At the entrance we made raised beds fom vegetable waste , Cudgen of palm thatch, compost mixed with the existing soil and sheet mulched with cardboard and mlch from the jungle trimmings. Water was used heavily after each layer. Likewise we experiemented with the left side of the fence being a no dig design though this time vegetable matter was spread directly on the sandy soil then cudgen was placed on top with a mixture of compost made at the eco center with soil  covering it. Finally cardboard and mulch.

Coconut logs to raise bed

  The beds were raised using old coconut  tree trunks to hold in the materials needed for the beds unlike the first raised bed where we just heavily mulched and plan to edge plant with lemongrass and pandan to hold the shape of the bed . This is to demonstrate there is more than one way to make a productive garden bed. 

Pre wetting cardboard in barrow to save on water

The right hand side was dug to a depth of 30 cm then lined with cudgen to trap organic matter and reduce leaching during rain periods. Vegetable waste was spred on top then a mix of compost and soil then applied. This layer was at least 60 cm deepthen cardboard and mulch applied. There stratigies are for several reasons all to do with soil improving , growing soil ,to reduce the pH and for moisture retaining all with the aim to have healty soil for healtyh plants.

Digging is it necessary ?
Vegetable waste

Compost and soil mix

The beds now await planting of nitrogen fixing plants which will a combination of legumes, cow pea, buckwheat, chick pea, millet and mung beans to not only fix nitrogen also continue to build organic matter and retain water.  

Monday, January 10, 2011

Outdoor Classroom

Eco Centro an Outdoor Classroom

Eco Centro was designed as a waste to wealth centre where all outputs from the resort are sent such as cardboard, glass, metals, food and wood waste plus jungle cuttings. All these materials then have the three R’s applied Recycle, Reuse, or Reduce. Eco Centro has been a very successful waste management centro with the 2009- 2010 Carbon Footprint Inventory Report showing Soneva Fushi achieved carbon emissions reversal of 19 tons of CO2 in the resort’s waste handling activities as a result of efforts in recycling!!!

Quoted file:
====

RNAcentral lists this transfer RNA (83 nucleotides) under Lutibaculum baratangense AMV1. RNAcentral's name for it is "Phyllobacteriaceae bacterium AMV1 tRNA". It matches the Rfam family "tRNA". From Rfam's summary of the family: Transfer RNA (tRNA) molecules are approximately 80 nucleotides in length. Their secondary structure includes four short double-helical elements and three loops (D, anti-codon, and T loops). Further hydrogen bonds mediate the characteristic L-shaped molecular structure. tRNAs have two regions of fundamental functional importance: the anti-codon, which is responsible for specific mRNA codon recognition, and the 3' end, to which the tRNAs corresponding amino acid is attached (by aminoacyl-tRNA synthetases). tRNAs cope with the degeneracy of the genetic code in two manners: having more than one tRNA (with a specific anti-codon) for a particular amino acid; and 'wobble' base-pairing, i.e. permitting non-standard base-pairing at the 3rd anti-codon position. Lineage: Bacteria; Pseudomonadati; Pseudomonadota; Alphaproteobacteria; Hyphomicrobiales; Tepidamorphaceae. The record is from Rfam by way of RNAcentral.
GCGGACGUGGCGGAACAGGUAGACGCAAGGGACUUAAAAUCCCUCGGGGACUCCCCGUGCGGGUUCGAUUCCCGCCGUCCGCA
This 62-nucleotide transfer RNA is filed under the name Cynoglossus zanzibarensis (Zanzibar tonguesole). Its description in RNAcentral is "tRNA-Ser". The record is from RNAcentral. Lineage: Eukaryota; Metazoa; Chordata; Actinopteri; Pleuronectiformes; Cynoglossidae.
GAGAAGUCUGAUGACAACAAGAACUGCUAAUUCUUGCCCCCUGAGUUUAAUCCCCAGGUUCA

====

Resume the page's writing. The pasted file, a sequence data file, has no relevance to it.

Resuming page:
The vision for the Eco Centro is to become more than a waste to wealth management centro. It is to further develop and retro fit the existing design so the outputs from Eco Centro can be utilized in designing a Permaculture Demonstration Site, to create an Out Door Class Room for guests, hosts and the neighboring communities.

Permaculture Systems will be designed to demonstrate Tropical Climate agricultural growing techniques, energy control and capture methods. Through the use of Permaculture Ethics and Principles of Design the aim is to support the company’s goal of being decarbonized by 2012.

The outdoor classroom design is inspired by Carolyn Nuttall and Janet Millington’s book “Outdoor Classrooms a handbook for school gardens”

Welcome to School

The design will consider David Holgrem’s Permaculture Principles and Pathways for Beyond Sustainability.

1. Observe and Interact
2. Catch and store energy - sunlight, water, sustenance, human activity
3. Obtain a yield - food, mulch, straw, income
4. Apply self-regulation and accept feedback - experiment, observe results, try again
5. Use and value renewable resources
6. Produce no waste- everything in this micro-system is used to support it
7. Design from patterns to details- We used the patterns of plant succession to design the uses of the space. Forest to under story to edge to open field
8. Integrate rather than segregate- multiple species grown together to produce a whole that is greater than the sum of the parts
9. Use small and slow solutions - small experiments will lead to a productive use for the space
10. Value diversity - we mixed different plants that will attract a diversity of other organisms and produce diverse yields
11. Use edges and value the marginal
12. Creatively use and respond to change

Within the design considerations these were seen as the most important to start with.

Open Access


Current garden design including all structures, human and vehicle traffic accesses and pathways were identified for flow patterns to and from recycling points.